Once Jackson got his first micro market up and running, he clearly saw the void in the food service industry that a micro market would fill. As food service operators struggled to manage cafeterias in locations that could no longer support a traditional cafeteria service, their customers were left with few food options other than a vending “cold food” machine that has perception issues and product limitations. The concept of a healthy deli-style marketplace became a very appealing option to them.
Jackson said Quality Vending focuses on delivering customers a superior selection of fresh food options while maintaining a commitment to providing good value. He uses a local catering company that has a great reputation in Winnipeg for delivering quality products. Every week he brings in “specials” from other local restaurants to supplement the traditional deli offerings. This could be anything from sushi to Italian pasta dishes. It is important to keep introducing new products that are over and above the usual soup/sandwich/salad selections, he says. You want to keep your micro market exciting and keep your customers coming back for more.
“As long as an operator is willing to devote the time and energy into managing micro markets, good opportunities do exist. But I want to make it clear that, for many reasons, they are a lot of work and require devotion by the operator to be successful. Over 40 per cent of your sales will be in the fresh food category and this is a number that vending operators are not excited about. You have to keep in mind that a micro market is not a vending machine and you need to treat them as a separate segment of your business and manage accordingly. You are now a food service provider so you really need to be diligent with service frequencies and managing perishables if you want to be successful.”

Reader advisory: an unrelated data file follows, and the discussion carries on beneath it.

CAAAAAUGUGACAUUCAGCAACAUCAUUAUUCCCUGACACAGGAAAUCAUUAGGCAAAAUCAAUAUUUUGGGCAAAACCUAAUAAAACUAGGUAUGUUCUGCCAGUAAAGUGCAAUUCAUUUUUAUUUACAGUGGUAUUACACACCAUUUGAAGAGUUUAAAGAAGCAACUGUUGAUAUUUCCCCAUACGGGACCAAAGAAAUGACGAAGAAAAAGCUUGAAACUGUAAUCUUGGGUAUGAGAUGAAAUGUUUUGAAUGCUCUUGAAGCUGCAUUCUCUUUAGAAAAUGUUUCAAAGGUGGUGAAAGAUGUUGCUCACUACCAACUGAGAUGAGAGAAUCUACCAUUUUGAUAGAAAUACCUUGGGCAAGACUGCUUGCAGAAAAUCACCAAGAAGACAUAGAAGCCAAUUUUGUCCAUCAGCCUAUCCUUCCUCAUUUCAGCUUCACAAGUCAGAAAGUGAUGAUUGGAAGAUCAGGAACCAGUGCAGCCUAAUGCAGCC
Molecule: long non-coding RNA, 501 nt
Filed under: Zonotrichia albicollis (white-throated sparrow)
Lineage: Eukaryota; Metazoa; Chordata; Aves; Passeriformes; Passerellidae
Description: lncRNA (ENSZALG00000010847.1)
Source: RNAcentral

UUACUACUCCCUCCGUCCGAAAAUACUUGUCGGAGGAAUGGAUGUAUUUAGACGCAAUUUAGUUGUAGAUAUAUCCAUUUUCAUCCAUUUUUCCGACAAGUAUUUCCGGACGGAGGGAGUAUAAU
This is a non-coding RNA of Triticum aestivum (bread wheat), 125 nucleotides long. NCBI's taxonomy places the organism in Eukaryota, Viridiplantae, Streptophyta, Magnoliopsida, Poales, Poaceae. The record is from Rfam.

Quality Vending now has six micro markets in operation with several more in the works. Typically, once an installation is complete, a Quality Vending micro market manager will be on site for the first couple of days to familiarize customers with setting up accounts and the general operation of the pay station. Quality Vending will also train a designated customer representative to be the point person to handle this task as new employees are introduced to the system. When Quality Vending first introduced micro markets, a customer needed to set up an account, fund the account and then use the account for purchasing. After working with a U.S.-based manufacturer and a Canadian payment processor, all of Quality Vending’s micro markets are now Canadian compliant to accept debit and credit cards as a form of payment.